Replacement referees missed a penalty that would have rendered moot a controversy over whether a Seattle Seahawks receiver caught a game-winning touchdown pass a moment later, the National Football League said Tuesday.
The Green Bay Packers would have won the game had offensive pass interference been called against Seahawks receiver Golden Tate, but the missed penalty wasn't reviewable. So the officials' controversial on-field ruling that Tate subsequently scored a touchdown by having joint possession of the ball with a Packers defender stands.
The touchdown - which over the last day has become a symbol of player and fan frustration over the NFL's replacement referees - gave Seattle a 14-12 win. "The result of the game is final," the NFL said in a news release Tuesday.
The NFL also said that it supports a referee's decision, after he reviewed the play Monday night, that no indisputable evidence existed to overturn the on-field ruling that Tate scored.
Commentators on ESPN, which showed the "Monday Night Football" game, questioned whether Tate really caught the ball, penalty or not. The play has sparked a full-open revolt by fans and players over replacement referees, who are standing in for officials that the NFL has locked out during a labor dispute.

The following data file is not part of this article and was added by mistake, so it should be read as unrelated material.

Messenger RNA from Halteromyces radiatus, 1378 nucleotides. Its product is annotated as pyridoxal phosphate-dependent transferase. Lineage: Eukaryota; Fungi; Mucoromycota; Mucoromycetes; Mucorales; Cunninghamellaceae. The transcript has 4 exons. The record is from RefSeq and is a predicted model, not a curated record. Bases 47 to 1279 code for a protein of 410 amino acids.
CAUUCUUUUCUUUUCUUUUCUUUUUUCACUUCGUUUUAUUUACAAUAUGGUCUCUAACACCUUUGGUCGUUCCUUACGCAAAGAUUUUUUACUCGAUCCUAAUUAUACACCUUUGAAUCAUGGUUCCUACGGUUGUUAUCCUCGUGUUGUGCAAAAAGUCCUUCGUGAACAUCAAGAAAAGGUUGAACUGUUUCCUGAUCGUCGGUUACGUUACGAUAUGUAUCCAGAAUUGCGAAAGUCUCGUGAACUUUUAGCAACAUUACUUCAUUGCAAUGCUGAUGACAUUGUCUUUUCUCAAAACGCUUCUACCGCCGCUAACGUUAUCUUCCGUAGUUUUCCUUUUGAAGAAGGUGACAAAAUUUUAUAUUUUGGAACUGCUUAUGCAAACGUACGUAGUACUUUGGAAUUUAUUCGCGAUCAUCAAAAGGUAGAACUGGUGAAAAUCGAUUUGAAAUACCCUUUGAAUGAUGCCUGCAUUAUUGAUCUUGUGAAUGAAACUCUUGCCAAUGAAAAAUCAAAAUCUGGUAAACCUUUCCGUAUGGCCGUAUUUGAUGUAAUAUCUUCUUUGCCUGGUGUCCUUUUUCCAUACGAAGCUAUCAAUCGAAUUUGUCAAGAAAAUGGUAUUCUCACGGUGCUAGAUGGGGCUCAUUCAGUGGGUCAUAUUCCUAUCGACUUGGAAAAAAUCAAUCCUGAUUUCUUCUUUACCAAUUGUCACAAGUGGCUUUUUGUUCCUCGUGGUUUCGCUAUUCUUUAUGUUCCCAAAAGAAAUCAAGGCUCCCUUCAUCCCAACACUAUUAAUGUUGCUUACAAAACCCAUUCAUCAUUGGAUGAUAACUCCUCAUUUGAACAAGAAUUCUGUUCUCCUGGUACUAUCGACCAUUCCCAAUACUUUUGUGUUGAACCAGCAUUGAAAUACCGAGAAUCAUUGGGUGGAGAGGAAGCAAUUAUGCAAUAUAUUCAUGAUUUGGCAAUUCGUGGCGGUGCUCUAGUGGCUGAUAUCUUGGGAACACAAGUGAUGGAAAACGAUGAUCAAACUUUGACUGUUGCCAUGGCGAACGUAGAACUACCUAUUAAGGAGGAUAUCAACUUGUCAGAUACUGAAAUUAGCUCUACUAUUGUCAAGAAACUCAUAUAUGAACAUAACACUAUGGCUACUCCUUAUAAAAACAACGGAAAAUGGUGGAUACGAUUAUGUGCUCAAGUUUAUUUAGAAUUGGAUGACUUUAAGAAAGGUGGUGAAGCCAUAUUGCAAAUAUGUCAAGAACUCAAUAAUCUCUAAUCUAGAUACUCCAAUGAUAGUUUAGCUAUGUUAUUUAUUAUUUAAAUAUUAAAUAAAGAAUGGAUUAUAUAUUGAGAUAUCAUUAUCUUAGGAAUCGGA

"Fine me and use the money to pay the regular refs," Packers guard T.J. Lang tweeted minutes after the game ended, one in a series of profanity-laced tweets accusing the referees of taking the game from his team.
Here's how the play unfolded: With seconds remaining and Seattle down 12-7, Seahawks quarterback Russell Wilson threw a deep pass into the end zone. Tate and Packers safety M.D. Jennings went up for the ball, and referees eventually ruled - after officials gave competing signals - that both possessed the ball simultaneously. Under NFL rules, simultaneous possession goes to the offense, so the officials ruled the play a touchdown for Tate with time expired.
Replays, however, showed two potential problems: First, Tate appears to shove Packers defender Sam Shields in the back while the ball is in the air, a move that normally would draw an offensive pass interference penalty. Second, the footage appears to show Jennings first having both arms wrapped around the ball while Tate had one arm on it, so simultaneous possession appears questionable. The ball eventually was pulled tight to Jennings' chest.
The referees reviewed the play, and let it stand, giving Seattle the win.
The NFL essentially said Tuesday that the Packers should have won because Tate should have been called for offensive pass interference, "which would have ended the game" with the Packers ahead.
However, a missed offensive pass interference call is not reviewable, the NFL said, so nothing could be done about that part of the play when it was reviewed by referee Wayne Elliott.
As for the ruling on the catch, the NFL said: "Eliott determined that no indisputable visual evidence existed to overturn the call on the field, and as a result, the on-field ruling of touchdown stood."
"The NFL Officiating Department reviewed the video today and supports the decision not to overturn the on-field ruling following the instant replay review," the NFL said Tuesday.
Discussion of the call virtually took over Twitter in the United States and sparked rising calls for the NFL to quickly settle its labor dispute with officials.